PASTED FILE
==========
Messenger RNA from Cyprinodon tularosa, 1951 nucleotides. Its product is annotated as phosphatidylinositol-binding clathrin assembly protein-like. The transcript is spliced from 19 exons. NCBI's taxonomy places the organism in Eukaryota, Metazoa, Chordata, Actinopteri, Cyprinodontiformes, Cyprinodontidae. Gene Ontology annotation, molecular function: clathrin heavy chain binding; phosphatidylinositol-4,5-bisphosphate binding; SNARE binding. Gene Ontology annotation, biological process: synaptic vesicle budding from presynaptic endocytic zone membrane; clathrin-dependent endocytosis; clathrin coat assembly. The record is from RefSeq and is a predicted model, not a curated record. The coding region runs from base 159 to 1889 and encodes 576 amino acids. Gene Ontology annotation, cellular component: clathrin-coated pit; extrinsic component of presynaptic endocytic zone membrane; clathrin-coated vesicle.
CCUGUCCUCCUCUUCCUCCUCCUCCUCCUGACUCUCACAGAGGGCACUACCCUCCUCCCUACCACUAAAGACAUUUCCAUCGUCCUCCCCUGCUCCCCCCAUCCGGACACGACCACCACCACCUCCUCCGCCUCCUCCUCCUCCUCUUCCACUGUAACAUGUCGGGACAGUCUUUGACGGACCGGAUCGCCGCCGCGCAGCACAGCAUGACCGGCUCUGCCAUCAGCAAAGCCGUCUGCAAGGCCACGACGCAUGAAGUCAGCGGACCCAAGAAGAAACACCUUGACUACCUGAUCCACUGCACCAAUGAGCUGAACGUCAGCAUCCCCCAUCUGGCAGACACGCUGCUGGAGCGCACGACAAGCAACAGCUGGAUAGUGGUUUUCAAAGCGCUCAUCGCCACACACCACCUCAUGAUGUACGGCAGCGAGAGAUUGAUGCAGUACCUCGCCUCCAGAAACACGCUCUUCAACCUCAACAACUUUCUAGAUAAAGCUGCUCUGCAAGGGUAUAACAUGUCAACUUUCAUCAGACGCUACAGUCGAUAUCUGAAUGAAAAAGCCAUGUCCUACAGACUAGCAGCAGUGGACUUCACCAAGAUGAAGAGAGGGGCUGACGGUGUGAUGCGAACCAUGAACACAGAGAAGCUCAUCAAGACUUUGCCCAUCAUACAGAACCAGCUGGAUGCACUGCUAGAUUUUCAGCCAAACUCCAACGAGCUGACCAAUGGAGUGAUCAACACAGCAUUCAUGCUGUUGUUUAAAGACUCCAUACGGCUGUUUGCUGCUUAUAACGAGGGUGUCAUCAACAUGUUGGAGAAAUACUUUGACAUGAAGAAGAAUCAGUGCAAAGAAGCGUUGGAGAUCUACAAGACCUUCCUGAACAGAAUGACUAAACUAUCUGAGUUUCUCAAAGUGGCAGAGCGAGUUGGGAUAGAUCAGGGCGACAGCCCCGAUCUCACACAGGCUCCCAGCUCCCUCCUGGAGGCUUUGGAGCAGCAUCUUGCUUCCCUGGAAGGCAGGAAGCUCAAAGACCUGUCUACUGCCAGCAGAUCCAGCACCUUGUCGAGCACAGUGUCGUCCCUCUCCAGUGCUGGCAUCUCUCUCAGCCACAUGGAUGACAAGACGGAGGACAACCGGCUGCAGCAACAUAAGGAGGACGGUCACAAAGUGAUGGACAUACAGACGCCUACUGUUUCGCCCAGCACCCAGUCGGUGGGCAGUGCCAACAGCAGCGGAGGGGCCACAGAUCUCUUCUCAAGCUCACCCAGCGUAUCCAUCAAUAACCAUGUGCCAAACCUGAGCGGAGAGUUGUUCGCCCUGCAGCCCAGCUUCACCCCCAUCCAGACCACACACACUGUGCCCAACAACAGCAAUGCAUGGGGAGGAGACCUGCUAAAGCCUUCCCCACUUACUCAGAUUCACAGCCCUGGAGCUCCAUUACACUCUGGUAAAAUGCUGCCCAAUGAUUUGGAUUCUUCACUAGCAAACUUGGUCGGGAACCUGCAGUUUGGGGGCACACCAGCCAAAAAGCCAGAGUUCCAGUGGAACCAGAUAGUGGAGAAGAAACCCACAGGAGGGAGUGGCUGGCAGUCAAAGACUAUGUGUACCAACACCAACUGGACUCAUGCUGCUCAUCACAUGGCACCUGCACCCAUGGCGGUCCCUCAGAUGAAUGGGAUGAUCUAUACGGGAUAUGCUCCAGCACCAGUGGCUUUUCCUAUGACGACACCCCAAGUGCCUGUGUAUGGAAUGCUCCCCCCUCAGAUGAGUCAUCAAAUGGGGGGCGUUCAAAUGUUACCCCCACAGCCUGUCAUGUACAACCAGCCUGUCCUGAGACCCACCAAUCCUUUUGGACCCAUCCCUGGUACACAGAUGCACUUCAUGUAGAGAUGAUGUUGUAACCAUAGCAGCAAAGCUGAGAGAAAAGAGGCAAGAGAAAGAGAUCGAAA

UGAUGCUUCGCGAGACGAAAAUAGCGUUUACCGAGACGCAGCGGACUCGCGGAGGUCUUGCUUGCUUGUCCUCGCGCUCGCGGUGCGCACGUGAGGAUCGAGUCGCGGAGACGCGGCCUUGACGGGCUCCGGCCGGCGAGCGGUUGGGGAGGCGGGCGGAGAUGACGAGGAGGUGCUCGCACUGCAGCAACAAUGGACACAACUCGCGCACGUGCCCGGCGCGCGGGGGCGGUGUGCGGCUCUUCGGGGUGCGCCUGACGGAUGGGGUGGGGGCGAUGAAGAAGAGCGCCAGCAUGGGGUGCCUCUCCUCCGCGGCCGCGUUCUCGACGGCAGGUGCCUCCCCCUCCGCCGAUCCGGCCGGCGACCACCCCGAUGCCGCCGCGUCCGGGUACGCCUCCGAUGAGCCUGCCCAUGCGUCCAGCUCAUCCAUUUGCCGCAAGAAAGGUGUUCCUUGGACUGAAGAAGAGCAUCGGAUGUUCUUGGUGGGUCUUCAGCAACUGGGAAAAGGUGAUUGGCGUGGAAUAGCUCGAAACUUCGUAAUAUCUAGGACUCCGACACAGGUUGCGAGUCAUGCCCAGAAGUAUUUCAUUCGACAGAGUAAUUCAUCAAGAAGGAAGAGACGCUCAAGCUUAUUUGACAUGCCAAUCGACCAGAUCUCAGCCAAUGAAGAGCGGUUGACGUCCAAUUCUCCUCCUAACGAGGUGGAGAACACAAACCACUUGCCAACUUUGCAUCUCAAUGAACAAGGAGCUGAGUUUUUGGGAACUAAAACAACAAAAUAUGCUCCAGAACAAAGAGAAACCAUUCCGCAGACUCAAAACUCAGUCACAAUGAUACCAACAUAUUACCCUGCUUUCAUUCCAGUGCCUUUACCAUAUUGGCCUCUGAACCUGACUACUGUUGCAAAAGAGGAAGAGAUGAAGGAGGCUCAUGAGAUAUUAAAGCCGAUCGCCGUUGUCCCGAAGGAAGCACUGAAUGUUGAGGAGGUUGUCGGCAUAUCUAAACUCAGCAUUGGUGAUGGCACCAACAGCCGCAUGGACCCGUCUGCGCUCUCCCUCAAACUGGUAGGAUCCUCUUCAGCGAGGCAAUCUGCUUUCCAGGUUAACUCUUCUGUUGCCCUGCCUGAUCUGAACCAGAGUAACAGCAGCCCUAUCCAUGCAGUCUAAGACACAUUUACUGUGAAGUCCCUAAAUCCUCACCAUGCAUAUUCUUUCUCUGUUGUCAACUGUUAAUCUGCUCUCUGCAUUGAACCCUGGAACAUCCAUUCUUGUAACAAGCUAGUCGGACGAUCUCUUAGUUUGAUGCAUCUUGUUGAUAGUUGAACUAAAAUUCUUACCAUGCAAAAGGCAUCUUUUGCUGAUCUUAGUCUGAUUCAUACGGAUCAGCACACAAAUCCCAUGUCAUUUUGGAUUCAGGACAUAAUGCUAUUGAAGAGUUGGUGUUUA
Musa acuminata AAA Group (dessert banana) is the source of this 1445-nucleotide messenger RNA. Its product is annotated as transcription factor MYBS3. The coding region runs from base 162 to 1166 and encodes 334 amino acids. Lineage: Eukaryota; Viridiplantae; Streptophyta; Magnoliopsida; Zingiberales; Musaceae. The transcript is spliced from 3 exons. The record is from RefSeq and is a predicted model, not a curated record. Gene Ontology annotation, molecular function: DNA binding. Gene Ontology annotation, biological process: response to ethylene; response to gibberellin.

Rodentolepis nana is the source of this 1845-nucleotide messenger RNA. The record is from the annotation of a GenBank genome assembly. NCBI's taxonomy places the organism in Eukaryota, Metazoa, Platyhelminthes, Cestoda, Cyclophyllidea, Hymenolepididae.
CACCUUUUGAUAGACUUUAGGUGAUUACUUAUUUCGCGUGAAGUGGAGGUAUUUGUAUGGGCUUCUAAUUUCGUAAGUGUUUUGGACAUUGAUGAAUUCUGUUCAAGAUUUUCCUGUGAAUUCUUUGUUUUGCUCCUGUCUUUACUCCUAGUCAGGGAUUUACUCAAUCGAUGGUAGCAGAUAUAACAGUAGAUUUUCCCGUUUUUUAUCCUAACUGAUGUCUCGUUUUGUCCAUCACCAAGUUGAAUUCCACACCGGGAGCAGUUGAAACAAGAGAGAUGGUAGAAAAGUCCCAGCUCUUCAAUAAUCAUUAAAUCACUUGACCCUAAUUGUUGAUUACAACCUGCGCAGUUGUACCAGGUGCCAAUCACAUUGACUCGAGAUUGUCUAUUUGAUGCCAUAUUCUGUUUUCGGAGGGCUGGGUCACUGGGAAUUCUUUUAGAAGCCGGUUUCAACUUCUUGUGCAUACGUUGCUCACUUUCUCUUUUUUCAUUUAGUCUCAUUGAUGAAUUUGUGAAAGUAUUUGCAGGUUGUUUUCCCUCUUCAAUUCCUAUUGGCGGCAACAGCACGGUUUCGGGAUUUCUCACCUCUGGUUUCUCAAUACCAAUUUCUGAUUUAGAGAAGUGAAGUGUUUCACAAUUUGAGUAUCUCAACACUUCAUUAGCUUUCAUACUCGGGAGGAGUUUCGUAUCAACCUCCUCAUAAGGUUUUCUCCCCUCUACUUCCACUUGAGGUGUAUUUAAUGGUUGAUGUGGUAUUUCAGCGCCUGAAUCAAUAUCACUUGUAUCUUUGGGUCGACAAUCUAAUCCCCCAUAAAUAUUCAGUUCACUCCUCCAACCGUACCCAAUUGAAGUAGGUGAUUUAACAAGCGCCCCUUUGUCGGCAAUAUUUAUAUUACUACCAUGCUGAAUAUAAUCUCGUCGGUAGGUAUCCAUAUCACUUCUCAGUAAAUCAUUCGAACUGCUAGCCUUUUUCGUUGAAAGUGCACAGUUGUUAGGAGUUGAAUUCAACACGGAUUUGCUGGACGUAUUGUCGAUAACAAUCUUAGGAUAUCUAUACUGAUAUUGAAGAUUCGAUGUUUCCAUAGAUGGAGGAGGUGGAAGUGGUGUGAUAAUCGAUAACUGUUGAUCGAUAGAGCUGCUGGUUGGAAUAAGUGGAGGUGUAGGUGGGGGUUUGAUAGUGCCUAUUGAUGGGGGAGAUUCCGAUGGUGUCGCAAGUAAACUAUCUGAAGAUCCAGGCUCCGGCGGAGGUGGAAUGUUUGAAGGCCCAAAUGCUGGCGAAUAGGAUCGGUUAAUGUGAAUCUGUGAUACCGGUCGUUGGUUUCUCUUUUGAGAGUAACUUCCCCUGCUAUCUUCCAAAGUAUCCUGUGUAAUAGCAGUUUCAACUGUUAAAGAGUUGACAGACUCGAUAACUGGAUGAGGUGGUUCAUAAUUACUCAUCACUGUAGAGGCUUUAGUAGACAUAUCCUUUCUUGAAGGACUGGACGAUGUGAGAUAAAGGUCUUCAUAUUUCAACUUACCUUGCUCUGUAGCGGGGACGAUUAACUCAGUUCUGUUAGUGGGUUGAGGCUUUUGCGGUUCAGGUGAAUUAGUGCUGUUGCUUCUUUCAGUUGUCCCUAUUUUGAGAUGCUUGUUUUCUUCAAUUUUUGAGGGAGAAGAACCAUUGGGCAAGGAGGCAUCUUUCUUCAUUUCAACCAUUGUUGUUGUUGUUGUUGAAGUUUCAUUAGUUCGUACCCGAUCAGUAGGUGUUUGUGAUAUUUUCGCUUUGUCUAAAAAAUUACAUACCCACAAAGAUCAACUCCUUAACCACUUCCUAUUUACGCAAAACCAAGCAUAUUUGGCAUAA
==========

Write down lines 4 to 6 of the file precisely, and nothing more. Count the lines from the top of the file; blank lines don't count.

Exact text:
Musa acuminata AAA Group (dessert banana) is the source of this 1445-nucleotide messenger RNA. Its product is annotated as transcription factor MYBS3. The coding region runs from base 162 to 1166 and encodes 334 amino acids. Lineage: Eukaryota; Viridiplantae; Streptophyta; Magnoliopsida; Zingiberales; Musaceae. The transcript is spliced from 3 exons. The record is from RefSeq and is a predicted model, not a curated record. Gene Ontology annotation, molecular function: DNA binding. Gene Ontology annotation, biological process: response to ethylene; response to gibberellin.

Rodentolepis nana is the source of this 1845-nucleotide messenger RNA. The record is from the annotation of a GenBank genome assembly. NCBI's taxonomy places the organism in Eukaryota, Metazoa, Platyhelminthes, Cestoda, Cyclophyllidea, Hymenolepididae.
CACCUUUUGAUAGACUUUAGGUGAUUACUUAUUUCGCGUGAAGUGGAGGUAUUUGUAUGGGCUUCUAAUUUCGUAAGUGUUUUGGACAUUGAUGAAUUCUGUUCAAGAUUUUCCUGUGAAUUCUUUGUUUUGCUCCUGUCUUUACUCCUAGUCAGGGAUUUACUCAAUCGAUGGUAGCAGAUAUAACAGUAGAUUUUCCCGUUUUUUAUCCUAACUGAUGUCUCGUUUUGUCCAUCACCAAGUUGAAUUCCACACCGGGAGCAGUUGAAACAAGAGAGAUGGUAGAAAAGUCCCAGCUCUUCAAUAAUCAUUAAAUCACUUGACCCUAAUUGUUGAUUACAACCUGCGCAGUUGUACCAGGUGCCAAUCACAUUGACUCGAGAUUGUCUAUUUGAUGCCAUAUUCUGUUUUCGGAGGGCUGGGUCACUGGGAAUUCUUUUAGAAGCCGGUUUCAACUUCUUGUGCAUACGUUGCUCACUUUCUCUUUUUUCAUUUAGUCUCAUUGAUGAAUUUGUGAAAGUAUUUGCAGGUUGUUUUCCCUCUUCAAUUCCUAUUGGCGGCAACAGCACGGUUUCGGGAUUUCUCACCUCUGGUUUCUCAAUACCAAUUUCUGAUUUAGAGAAGUGAAGUGUUUCACAAUUUGAGUAUCUCAACACUUCAUUAGCUUUCAUACUCGGGAGGAGUUUCGUAUCAACCUCCUCAUAAGGUUUUCUCCCCUCUACUUCCACUUGAGGUGUAUUUAAUGGUUGAUGUGGUAUUUCAGCGCCUGAAUCAAUAUCACUUGUAUCUUUGGGUCGACAAUCUAAUCCCCCAUAAAUAUUCAGUUCACUCCUCCAACCGUACCCAAUUGAAGUAGGUGAUUUAACAAGCGCCCCUUUGUCGGCAAUAUUUAUAUUACUACCAUGCUGAAUAUAAUCUCGUCGGUAGGUAUCCAUAUCACUUCUCAGUAAAUCAUUCGAACUGCUAGCCUUUUUCGUUGAAAGUGCACAGUUGUUAGGAGUUGAAUUCAACACGGAUUUGCUGGACGUAUUGUCGAUAACAAUCUUAGGAUAUCUAUACUGAUAUUGAAGAUUCGAUGUUUCCAUAGAUGGAGGAGGUGGAAGUGGUGUGAUAAUCGAUAACUGUUGAUCGAUAGAGCUGCUGGUUGGAAUAAGUGGAGGUGUAGGUGGGGGUUUGAUAGUGCCUAUUGAUGGGGGAGAUUCCGAUGGUGUCGCAAGUAAACUAUCUGAAGAUCCAGGCUCCGGCGGAGGUGGAAUGUUUGAAGGCCCAAAUGCUGGCGAAUAGGAUCGGUUAAUGUGAAUCUGUGAUACCGGUCGUUGGUUUCUCUUUUGAGAGUAACUUCCCCUGCUAUCUUCCAAAGUAUCCUGUGUAAUAGCAGUUUCAACUGUUAAAGAGUUGACAGACUCGAUAACUGGAUGAGGUGGUUCAUAAUUACUCAUCACUGUAGAGGCUUUAGUAGACAUAUCCUUUCUUGAAGGACUGGACGAUGUGAGAUAAAGGUCUUCAUAUUUCAACUUACCUUGCUCUGUAGCGGGGACGAUUAACUCAGUUCUGUUAGUGGGUUGAGGCUUUUGCGGUUCAGGUGAAUUAGUGCUGUUGCUUCUUUCAGUUGUCCCUAUUUUGAGAUGCUUGUUUUCUUCAAUUUUUGAGGGAGAAGAACCAUUGGGCAAGGAGGCAUCUUUCUUCAUUUCAACCAUUGUUGUUGUUGUUGUUGAAGUUUCAUUAGUUCGUACCCGAUCAGUAGGUGUUUGUGAUAUUUUCGCUUUGUCUAAAAAAUUACAUACCCACAAAGAUCAACUCCUUAACCACUUCCUAUUUACGCAAAACCAAGCAUAUUUGGCAUAA